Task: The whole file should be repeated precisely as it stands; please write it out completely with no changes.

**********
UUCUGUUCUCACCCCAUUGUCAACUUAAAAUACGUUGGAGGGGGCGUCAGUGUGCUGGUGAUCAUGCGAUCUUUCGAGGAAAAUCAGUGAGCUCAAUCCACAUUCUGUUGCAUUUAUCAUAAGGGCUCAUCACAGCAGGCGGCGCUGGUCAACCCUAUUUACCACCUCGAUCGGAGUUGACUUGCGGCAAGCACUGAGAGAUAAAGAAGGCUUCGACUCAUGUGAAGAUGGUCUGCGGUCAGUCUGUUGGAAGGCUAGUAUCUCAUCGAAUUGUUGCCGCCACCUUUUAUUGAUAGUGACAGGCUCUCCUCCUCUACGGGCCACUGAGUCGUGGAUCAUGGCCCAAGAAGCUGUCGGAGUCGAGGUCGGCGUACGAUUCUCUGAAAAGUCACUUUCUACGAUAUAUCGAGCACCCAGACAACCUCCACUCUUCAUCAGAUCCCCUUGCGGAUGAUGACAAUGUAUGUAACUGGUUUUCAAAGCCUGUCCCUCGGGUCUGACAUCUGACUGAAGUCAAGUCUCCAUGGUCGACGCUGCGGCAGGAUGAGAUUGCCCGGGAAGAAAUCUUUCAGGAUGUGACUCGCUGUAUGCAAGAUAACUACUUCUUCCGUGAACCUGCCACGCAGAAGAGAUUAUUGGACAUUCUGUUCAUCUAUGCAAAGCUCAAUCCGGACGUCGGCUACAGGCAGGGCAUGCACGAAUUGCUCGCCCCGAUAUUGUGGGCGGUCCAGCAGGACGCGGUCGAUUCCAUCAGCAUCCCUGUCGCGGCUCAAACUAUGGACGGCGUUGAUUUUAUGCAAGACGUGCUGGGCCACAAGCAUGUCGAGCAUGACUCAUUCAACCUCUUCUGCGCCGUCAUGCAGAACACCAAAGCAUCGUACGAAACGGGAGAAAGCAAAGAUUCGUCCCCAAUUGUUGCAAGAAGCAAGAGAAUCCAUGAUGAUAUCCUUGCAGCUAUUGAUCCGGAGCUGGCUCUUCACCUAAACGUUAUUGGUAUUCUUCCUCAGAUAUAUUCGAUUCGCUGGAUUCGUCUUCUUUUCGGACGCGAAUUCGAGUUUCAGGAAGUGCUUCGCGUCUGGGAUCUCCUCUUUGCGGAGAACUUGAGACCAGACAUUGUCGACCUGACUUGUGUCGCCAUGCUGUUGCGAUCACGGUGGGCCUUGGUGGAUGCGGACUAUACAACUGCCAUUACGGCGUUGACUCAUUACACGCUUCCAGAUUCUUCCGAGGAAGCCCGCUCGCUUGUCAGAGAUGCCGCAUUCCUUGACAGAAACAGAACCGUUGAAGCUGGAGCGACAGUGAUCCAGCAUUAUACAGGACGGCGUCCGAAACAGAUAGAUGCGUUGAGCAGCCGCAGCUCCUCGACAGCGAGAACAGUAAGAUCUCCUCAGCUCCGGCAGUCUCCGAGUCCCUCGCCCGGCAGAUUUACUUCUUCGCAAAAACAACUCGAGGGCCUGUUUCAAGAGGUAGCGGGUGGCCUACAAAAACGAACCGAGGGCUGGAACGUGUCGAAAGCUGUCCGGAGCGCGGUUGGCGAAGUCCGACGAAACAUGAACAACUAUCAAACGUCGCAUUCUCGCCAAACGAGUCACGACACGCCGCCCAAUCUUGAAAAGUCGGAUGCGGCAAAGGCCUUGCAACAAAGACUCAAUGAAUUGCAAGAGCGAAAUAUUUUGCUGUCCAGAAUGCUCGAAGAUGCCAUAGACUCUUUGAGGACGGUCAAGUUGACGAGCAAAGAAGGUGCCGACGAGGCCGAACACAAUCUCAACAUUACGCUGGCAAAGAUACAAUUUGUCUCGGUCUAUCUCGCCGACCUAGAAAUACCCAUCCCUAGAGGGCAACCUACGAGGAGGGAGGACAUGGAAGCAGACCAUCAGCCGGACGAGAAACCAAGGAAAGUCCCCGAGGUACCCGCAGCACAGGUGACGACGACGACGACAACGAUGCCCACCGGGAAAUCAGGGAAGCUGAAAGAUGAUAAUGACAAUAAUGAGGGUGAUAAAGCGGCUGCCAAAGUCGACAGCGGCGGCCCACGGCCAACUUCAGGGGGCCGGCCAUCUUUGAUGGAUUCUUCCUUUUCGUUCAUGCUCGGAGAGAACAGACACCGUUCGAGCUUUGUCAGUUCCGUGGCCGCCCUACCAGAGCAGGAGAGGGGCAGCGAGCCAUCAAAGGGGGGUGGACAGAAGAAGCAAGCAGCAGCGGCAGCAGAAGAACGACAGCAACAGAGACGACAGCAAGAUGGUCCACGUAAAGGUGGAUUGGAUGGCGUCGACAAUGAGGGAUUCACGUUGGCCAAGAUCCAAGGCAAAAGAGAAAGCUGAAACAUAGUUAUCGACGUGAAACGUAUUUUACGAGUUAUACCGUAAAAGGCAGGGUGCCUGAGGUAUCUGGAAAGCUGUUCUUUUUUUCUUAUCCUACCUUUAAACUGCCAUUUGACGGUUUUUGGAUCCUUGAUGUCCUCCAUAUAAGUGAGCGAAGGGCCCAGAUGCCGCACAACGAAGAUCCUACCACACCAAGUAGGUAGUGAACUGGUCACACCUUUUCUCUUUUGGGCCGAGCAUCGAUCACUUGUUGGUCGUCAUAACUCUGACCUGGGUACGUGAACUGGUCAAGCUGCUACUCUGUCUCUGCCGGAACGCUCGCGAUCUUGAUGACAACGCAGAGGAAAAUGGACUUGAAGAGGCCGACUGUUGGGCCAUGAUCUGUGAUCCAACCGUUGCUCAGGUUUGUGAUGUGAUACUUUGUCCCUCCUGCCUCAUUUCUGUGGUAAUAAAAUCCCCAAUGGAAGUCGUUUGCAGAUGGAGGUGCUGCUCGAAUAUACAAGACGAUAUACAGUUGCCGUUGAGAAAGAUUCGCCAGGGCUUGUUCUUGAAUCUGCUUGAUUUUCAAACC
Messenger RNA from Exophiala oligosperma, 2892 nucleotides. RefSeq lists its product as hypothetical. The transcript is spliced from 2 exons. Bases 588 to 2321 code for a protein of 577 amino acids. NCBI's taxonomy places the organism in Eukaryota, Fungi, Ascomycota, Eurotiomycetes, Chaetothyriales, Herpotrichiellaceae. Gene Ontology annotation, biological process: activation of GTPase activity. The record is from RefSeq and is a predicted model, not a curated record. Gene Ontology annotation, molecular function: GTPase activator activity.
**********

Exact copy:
UUCUGUUCUCACCCCAUUGUCAACUUAAAAUACGUUGGAGGGGGCGUCAGUGUGCUGGUGAUCAUGCGAUCUUUCGAGGAAAAUCAGUGAGCUCAAUCCACAUUCUGUUGCAUUUAUCAUAAGGGCUCAUCACAGCAGGCGGCGCUGGUCAACCCUAUUUACCACCUCGAUCGGAGUUGACUUGCGGCAAGCACUGAGAGAUAAAGAAGGCUUCGACUCAUGUGAAGAUGGUCUGCGGUCAGUCUGUUGGAAGGCUAGUAUCUCAUCGAAUUGUUGCCGCCACCUUUUAUUGAUAGUGACAGGCUCUCCUCCUCUACGGGCCACUGAGUCGUGGAUCAUGGCCCAAGAAGCUGUCGGAGUCGAGGUCGGCGUACGAUUCUCUGAAAAGUCACUUUCUACGAUAUAUCGAGCACCCAGACAACCUCCACUCUUCAUCAGAUCCCCUUGCGGAUGAUGACAAUGUAUGUAACUGGUUUUCAAAGCCUGUCCCUCGGGUCUGACAUCUGACUGAAGUCAAGUCUCCAUGGUCGACGCUGCGGCAGGAUGAGAUUGCCCGGGAAGAAAUCUUUCAGGAUGUGACUCGCUGUAUGCAAGAUAACUACUUCUUCCGUGAACCUGCCACGCAGAAGAGAUUAUUGGACAUUCUGUUCAUCUAUGCAAAGCUCAAUCCGGACGUCGGCUACAGGCAGGGCAUGCACGAAUUGCUCGCCCCGAUAUUGUGGGCGGUCCAGCAGGACGCGGUCGAUUCCAUCAGCAUCCCUGUCGCGGCUCAAACUAUGGACGGCGUUGAUUUUAUGCAAGACGUGCUGGGCCACAAGCAUGUCGAGCAUGACUCAUUCAACCUCUUCUGCGCCGUCAUGCAGAACACCAAAGCAUCGUACGAAACGGGAGAAAGCAAAGAUUCGUCCCCAAUUGUUGCAAGAAGCAAGAGAAUCCAUGAUGAUAUCCUUGCAGCUAUUGAUCCGGAGCUGGCUCUUCACCUAAACGUUAUUGGUAUUCUUCCUCAGAUAUAUUCGAUUCGCUGGAUUCGUCUUCUUUUCGGACGCGAAUUCGAGUUUCAGGAAGUGCUUCGCGUCUGGGAUCUCCUCUUUGCGGAGAACUUGAGACCAGACAUUGUCGACCUGACUUGUGUCGCCAUGCUGUUGCGAUCACGGUGGGCCUUGGUGGAUGCGGACUAUACAACUGCCAUUACGGCGUUGACUCAUUACACGCUUCCAGAUUCUUCCGAGGAAGCCCGCUCGCUUGUCAGAGAUGCCGCAUUCCUUGACAGAAACAGAACCGUUGAAGCUGGAGCGACAGUGAUCCAGCAUUAUACAGGACGGCGUCCGAAACAGAUAGAUGCGUUGAGCAGCCGCAGCUCCUCGACAGCGAGAACAGUAAGAUCUCCUCAGCUCCGGCAGUCUCCGAGUCCCUCGCCCGGCAGAUUUACUUCUUCGCAAAAACAACUCGAGGGCCUGUUUCAAGAGGUAGCGGGUGGCCUACAAAAACGAACCGAGGGCUGGAACGUGUCGAAAGCUGUCCGGAGCGCGGUUGGCGAAGUCCGACGAAACAUGAACAACUAUCAAACGUCGCAUUCUCGCCAAACGAGUCACGACACGCCGCCCAAUCUUGAAAAGUCGGAUGCGGCAAAGGCCUUGCAACAAAGACUCAAUGAAUUGCAAGAGCGAAAUAUUUUGCUGUCCAGAAUGCUCGAAGAUGCCAUAGACUCUUUGAGGACGGUCAAGUUGACGAGCAAAGAAGGUGCCGACGAGGCCGAACACAAUCUCAACAUUACGCUGGCAAAGAUACAAUUUGUCUCGGUCUAUCUCGCCGACCUAGAAAUACCCAUCCCUAGAGGGCAACCUACGAGGAGGGAGGACAUGGAAGCAGACCAUCAGCCGGACGAGAAACCAAGGAAAGUCCCCGAGGUACCCGCAGCACAGGUGACGACGACGACGACAACGAUGCCCACCGGGAAAUCAGGGAAGCUGAAAGAUGAUAAUGACAAUAAUGAGGGUGAUAAAGCGGCUGCCAAAGUCGACAGCGGCGGCCCACGGCCAACUUCAGGGGGCCGGCCAUCUUUGAUGGAUUCUUCCUUUUCGUUCAUGCUCGGAGAGAACAGACACCGUUCGAGCUUUGUCAGUUCCGUGGCCGCCCUACCAGAGCAGGAGAGGGGCAGCGAGCCAUCAAAGGGGGGUGGACAGAAGAAGCAAGCAGCAGCGGCAGCAGAAGAACGACAGCAACAGAGACGACAGCAAGAUGGUCCACGUAAAGGUGGAUUGGAUGGCGUCGACAAUGAGGGAUUCACGUUGGCCAAGAUCCAAGGCAAAAGAGAAAGCUGAAACAUAGUUAUCGACGUGAAACGUAUUUUACGAGUUAUACCGUAAAAGGCAGGGUGCCUGAGGUAUCUGGAAAGCUGUUCUUUUUUUCUUAUCCUACCUUUAAACUGCCAUUUGACGGUUUUUGGAUCCUUGAUGUCCUCCAUAUAAGUGAGCGAAGGGCCCAGAUGCCGCACAACGAAGAUCCUACCACACCAAGUAGGUAGUGAACUGGUCACACCUUUUCUCUUUUGGGCCGAGCAUCGAUCACUUGUUGGUCGUCAUAACUCUGACCUGGGUACGUGAACUGGUCAAGCUGCUACUCUGUCUCUGCCGGAACGCUCGCGAUCUUGAUGACAACGCAGAGGAAAAUGGACUUGAAGAGGCCGACUGUUGGGCCAUGAUCUGUGAUCCAACCGUUGCUCAGGUUUGUGAUGUGAUACUUUGUCCCUCCUGCCUCAUUUCUGUGGUAAUAAAAUCCCCAAUGGAAGUCGUUUGCAGAUGGAGGUGCUGCUCGAAUAUACAAGACGAUAUACAGUUGCCGUUGAGAAAGAUUCGCCAGGGCUUGUUCUUGAAUCUGCUUGAUUUUCAAACC
Messenger RNA from Exophiala oligosperma, 2892 nucleotides. RefSeq lists its product as hypothetical. The transcript is spliced from 2 exons. Bases 588 to 2321 code for a protein of 577 amino acids. NCBI's taxonomy places the organism in Eukaryota, Fungi, Ascomycota, Eurotiomycetes, Chaetothyriales, Herpotrichiellaceae. Gene Ontology annotation, biological process: activation of GTPase activity. The record is from RefSeq and is a predicted model, not a curated record. Gene Ontology annotation, molecular function: GTPase activator activity.